x Abu Dhabi, UAEWednesday 17 January 2018

More than shock value

Film A controversial new picture from the writer of American Beauty examines Arab-American identity with darkly comic timing.

Director Alan Ball works with his lead actress Summer Bishil on the set of <i>Towelhead</i>.
Director Alan Ball works with his lead actress Summer Bishil on the set of <i>Towelhead</i>.

The filmmaker Alan Ball is dashing between a press junket and a magazine photo shoot, only to become stuck in snarled Manhattan traffic. Even the Oscar-winning writer of American Beauty and creator of the beloved US television series Six Feet Under must contend with the realities of congestion, but at least the Park Avenue jam allows Ball time to discuss his controversial new film, Towelhead, which opened in the US last week.

The dark but comic movie introduces us to Jasira, a Lebanese-American 13-year-old facing racial harassment from her peers and leering sexual attention from both boys and grown men. Adapted from the 2005 novel by Alicia Erian, the story unfolds in a blandly stultifying suburb of Houston, Texas at the height of Operation Desert Storm. "In America there is a tremendous ignorance about the Middle East and Arabs," Ball says, sitting on crossed legs in the back seat of the chauffeured sedan.

It's a lesson he has learnt repeatedly in the past few months, as community groups ranging from the Council on American-Islamic Relations to the Sikh American Legal Defense and Education Fund voiced strong objections to the film's title. Despite the fact that Towelhead's Lebanese characters don't practice Islam -"We're Christians, just like everyone else in Texas!" Jasira wails - many reviewers, and even well-meaning supporters, have mistakenly characterised Jasira and her father, Rifat, as Muslims.

Though he understands the concerns of groups who fear the title will perpetuate racial stereotypes, Ball declined to abandon it, with the full support of Erian and the film's distributor, Warner Brothers. Some who initially protested changed their minds after he screened the film for them, Ball recalls. "They understood the context in which the word is used and they got that it's a story about what it's like to be called a towelhead," he says. "Forbidding the use of words like that only gives them more power."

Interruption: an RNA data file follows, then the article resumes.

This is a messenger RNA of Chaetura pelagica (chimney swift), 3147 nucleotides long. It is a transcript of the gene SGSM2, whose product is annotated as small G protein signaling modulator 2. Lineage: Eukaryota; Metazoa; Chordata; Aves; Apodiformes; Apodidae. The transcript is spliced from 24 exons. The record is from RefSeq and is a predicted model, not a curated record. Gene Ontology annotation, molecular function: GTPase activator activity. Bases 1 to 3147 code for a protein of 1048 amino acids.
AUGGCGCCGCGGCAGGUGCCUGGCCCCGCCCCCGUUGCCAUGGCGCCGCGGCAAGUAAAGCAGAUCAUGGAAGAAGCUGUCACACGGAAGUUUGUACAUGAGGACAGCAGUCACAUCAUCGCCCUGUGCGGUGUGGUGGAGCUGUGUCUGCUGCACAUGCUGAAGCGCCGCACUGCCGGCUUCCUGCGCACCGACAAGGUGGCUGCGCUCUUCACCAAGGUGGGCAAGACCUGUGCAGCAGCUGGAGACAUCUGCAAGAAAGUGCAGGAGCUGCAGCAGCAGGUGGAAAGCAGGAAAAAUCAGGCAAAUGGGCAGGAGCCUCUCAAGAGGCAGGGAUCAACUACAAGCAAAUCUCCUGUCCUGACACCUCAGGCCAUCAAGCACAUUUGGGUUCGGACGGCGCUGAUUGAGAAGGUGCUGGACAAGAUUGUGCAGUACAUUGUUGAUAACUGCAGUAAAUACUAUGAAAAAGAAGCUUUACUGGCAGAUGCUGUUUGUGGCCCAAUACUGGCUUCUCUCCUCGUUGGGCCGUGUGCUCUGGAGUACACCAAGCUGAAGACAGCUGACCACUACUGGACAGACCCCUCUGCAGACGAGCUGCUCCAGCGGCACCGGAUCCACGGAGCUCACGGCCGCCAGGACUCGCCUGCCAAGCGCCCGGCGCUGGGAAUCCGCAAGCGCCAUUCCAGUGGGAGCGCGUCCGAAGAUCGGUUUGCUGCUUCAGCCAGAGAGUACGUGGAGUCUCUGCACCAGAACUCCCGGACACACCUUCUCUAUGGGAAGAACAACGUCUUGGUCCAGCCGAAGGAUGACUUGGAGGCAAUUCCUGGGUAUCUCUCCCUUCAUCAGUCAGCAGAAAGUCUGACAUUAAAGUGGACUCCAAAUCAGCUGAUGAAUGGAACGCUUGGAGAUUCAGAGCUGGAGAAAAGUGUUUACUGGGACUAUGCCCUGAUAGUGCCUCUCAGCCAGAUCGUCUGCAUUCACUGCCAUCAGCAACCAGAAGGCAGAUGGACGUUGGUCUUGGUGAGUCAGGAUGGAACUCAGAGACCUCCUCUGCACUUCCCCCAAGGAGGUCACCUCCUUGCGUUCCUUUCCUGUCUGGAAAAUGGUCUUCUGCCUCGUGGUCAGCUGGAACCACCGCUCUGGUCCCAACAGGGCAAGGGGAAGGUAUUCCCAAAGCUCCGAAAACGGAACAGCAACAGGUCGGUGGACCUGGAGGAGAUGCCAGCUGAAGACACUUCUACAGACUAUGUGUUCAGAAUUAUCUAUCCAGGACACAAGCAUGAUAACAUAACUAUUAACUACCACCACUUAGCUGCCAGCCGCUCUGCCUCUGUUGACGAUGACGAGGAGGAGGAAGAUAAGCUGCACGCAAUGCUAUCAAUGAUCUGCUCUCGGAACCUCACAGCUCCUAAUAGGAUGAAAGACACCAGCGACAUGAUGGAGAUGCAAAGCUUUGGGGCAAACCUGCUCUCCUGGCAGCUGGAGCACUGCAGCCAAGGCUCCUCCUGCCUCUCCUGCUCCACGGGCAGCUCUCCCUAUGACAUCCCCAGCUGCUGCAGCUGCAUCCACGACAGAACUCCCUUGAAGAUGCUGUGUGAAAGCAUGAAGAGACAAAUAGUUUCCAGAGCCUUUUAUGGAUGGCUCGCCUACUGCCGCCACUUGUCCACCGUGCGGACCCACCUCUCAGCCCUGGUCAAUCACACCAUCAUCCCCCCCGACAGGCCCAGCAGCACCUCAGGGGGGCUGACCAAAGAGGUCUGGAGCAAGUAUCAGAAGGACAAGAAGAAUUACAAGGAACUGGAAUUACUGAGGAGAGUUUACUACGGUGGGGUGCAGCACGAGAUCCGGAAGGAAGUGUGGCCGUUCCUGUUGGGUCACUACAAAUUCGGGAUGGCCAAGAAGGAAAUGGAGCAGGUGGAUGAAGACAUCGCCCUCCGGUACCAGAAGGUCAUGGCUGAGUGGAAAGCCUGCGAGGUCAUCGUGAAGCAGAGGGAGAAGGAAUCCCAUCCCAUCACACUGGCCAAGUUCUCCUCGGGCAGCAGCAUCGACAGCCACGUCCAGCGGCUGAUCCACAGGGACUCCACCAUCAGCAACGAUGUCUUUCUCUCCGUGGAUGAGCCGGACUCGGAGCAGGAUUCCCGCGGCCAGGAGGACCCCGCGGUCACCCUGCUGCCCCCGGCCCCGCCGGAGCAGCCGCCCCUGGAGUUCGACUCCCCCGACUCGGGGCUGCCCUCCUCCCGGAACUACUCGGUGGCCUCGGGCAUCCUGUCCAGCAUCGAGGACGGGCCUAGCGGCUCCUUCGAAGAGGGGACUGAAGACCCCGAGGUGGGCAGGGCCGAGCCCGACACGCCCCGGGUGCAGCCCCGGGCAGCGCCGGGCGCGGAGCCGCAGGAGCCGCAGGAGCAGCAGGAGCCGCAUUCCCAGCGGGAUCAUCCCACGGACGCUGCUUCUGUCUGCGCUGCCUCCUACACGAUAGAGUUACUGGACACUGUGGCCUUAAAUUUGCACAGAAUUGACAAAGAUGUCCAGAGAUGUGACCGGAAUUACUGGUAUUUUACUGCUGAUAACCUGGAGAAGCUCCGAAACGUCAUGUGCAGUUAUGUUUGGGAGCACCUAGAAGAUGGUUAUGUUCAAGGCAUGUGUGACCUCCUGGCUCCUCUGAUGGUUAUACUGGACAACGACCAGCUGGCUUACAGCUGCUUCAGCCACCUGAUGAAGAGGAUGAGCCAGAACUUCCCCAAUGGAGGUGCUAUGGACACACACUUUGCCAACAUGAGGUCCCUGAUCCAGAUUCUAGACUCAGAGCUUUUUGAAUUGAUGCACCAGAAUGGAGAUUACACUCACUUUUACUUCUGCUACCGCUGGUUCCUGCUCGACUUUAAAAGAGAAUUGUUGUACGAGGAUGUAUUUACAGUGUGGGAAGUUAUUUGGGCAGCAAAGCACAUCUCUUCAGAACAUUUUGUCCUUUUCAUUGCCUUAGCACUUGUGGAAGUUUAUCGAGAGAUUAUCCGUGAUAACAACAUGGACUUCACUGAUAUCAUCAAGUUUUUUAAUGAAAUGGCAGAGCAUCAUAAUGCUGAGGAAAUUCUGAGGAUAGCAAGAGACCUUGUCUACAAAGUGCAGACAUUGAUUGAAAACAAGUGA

Ball's stars are staunch allies in his defence of the film. Summer Bishil, who plays Jasira, spent most of her youth in the Middle East, first in Saudi Arabia and then in Bahrain, and Peter Macdissi, cast as Rifat, is himself Lebanese. Asked what she would tell moviegoers in the Gulf region who may never have the opportunity to see Towelhead, Bishil says, "That it's not racist. I understand that the title has caused upheaval, but we really do show just how damaging that word is."

"When someone is fearful, he sometimes judges other minorities just as viciously as he has been judged," Macdissi adds. His point is illustrated by his character's outrage upon learning that Jasira is dating an African-American boy. ("You can't come over because you're black," Jasira sobs to her suitor on the phone.) Though the title has indeed proven incendiary, the actual content of the film is arguably far more controversial. Jasira's is molested and ultimately raped by Mr Vuoso, her married-with-children neighbour (played by Aaron Eckhart, most recently seen in the Batman blockbuster The Dark Knight). Though Bishil was 18 years old when the movie was shot in Sept 2006, she conjures with alarming skill the awkward insecurity of a barely pubescent girl, leaving viewers all the more queasy at the predations of the man next door. (Jasira is also mistreated by her father, who abuses her physically and emotionally.)